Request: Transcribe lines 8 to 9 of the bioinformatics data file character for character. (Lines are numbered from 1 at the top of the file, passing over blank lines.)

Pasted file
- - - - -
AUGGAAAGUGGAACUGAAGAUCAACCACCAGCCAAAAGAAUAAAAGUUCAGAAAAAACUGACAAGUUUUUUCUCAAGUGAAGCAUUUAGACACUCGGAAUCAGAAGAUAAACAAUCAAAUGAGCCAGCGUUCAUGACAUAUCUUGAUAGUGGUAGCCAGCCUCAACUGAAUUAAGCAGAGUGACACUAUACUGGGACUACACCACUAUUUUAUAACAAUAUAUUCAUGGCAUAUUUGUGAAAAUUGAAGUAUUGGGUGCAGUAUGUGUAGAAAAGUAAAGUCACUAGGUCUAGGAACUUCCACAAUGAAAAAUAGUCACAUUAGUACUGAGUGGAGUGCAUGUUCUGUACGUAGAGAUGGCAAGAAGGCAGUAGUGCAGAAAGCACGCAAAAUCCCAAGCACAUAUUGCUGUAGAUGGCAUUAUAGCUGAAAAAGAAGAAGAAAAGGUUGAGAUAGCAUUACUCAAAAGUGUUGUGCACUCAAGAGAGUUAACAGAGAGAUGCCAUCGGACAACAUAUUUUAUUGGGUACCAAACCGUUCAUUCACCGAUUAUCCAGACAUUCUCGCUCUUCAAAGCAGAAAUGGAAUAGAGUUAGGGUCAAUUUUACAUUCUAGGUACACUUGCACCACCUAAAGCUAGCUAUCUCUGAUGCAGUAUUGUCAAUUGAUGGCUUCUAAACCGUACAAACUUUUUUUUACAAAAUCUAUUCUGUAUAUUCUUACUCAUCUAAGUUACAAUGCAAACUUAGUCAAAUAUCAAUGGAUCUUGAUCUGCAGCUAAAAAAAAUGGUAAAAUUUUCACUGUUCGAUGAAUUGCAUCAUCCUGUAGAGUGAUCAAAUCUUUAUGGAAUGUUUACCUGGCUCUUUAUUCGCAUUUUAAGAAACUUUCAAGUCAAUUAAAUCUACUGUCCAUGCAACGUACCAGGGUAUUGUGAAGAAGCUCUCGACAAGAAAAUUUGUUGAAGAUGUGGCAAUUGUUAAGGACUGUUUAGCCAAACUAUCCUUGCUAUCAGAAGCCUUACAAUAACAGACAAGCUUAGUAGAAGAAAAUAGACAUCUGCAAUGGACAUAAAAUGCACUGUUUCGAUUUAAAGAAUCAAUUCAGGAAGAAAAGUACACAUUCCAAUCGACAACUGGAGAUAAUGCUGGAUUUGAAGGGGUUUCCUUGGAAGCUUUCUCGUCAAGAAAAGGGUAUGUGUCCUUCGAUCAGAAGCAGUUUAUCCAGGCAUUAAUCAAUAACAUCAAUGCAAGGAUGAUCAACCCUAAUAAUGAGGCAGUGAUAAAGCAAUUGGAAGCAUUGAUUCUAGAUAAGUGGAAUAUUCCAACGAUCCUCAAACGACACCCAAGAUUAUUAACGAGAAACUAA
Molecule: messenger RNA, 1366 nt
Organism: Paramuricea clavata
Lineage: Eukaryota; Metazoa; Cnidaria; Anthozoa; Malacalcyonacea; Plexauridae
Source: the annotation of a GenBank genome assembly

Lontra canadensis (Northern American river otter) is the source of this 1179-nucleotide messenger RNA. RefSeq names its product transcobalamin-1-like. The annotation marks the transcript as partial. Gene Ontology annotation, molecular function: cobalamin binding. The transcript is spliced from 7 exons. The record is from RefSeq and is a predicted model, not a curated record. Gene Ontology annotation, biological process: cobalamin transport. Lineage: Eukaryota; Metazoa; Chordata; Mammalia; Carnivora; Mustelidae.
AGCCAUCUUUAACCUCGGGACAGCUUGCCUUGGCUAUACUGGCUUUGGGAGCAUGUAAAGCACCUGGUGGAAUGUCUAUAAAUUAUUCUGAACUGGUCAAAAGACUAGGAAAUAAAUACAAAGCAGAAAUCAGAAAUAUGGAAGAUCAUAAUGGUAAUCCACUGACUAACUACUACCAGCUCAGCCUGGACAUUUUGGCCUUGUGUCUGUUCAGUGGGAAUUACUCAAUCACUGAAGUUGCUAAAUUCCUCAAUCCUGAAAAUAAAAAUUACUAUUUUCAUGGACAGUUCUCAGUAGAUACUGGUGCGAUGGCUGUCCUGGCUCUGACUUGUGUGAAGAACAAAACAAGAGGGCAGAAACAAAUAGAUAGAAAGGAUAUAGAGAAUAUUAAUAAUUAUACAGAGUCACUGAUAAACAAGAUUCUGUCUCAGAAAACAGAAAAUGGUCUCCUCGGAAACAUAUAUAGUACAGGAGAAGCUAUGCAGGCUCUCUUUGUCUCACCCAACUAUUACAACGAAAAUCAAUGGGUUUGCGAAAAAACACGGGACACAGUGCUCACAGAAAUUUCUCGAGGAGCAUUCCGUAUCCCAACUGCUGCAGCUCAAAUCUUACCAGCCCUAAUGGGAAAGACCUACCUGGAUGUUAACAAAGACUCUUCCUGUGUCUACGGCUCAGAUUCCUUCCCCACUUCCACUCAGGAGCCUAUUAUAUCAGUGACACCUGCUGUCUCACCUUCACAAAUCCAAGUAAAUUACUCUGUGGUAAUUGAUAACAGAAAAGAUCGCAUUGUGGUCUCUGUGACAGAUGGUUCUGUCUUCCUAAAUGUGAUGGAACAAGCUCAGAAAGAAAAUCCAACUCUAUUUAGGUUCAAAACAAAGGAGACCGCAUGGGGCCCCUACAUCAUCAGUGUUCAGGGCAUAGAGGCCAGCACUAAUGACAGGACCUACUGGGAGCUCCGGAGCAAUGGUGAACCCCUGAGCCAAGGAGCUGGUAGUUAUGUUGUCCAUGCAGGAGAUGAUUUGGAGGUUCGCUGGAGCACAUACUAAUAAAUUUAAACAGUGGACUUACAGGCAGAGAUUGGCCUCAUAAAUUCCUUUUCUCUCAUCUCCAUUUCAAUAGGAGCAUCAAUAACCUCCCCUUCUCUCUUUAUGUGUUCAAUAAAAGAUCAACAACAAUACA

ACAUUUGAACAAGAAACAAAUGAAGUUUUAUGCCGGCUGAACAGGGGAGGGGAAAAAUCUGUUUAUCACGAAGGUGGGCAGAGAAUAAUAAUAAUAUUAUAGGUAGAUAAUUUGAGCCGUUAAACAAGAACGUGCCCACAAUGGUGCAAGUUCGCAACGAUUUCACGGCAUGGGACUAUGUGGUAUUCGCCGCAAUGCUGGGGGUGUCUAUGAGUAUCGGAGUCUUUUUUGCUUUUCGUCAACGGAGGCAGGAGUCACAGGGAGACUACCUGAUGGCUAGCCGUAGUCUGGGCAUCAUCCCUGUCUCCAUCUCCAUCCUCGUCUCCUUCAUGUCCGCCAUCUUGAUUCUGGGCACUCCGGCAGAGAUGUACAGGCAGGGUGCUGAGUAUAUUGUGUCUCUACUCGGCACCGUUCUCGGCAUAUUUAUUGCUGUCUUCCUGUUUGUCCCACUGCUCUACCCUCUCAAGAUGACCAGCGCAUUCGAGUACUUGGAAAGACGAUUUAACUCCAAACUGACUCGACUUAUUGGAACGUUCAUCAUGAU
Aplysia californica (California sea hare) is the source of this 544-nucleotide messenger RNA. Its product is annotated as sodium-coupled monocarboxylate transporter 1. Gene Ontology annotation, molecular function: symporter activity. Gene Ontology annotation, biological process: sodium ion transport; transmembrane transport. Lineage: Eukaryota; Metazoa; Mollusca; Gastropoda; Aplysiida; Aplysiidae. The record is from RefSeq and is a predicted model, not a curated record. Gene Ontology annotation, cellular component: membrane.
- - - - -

ACAUUUGAACAAGAAACAAAUGAAGUUUUAUGCCGGCUGAACAGGGGAGGGGAAAAAUCUGUUUAUCACGAAGGUGGGCAGAGAAUAAUAAUAAUAUUAUAGGUAGAUAAUUUGAGCCGUUAAACAAGAACGUGCCCACAAUGGUGCAAGUUCGCAACGAUUUCACGGCAUGGGACUAUGUGGUAUUCGCCGCAAUGCUGGGGGUGUCUAUGAGUAUCGGAGUCUUUUUUGCUUUUCGUCAACGGAGGCAGGAGUCACAGGGAGACUACCUGAUGGCUAGCCGUAGUCUGGGCAUCAUCCCUGUCUCCAUCUCCAUCCUCGUCUCCUUCAUGUCCGCCAUCUUGAUUCUGGGCACUCCGGCAGAGAUGUACAGGCAGGGUGCUGAGUAUAUUGUGUCUCUACUCGGCACCGUUCUCGGCAUAUUUAUUGCUGUCUUCCUGUUUGUCCCACUGCUCUACCCUCUCAAGAUGACCAGCGCAUUCGAGUACUUGGAAAGACGAUUUAACUCCAAACUGACUCGACUUAUUGGAACGUUCAUCAUGAU
Aplysia californica (California sea hare) is the source of this 544-nucleotide messenger RNA. Its product is annotated as sodium-coupled monocarboxylate transporter 1. Gene Ontology annotation, molecular function: symporter activity. Gene Ontology annotation, biological process: sodium ion transport; transmembrane transport. Lineage: Eukaryota; Metazoa; Mollusca; Gastropoda; Aplysiida; Aplysiidae. The record is from RefSeq and is a predicted model, not a curated record. Gene Ontology annotation, cellular component: membrane.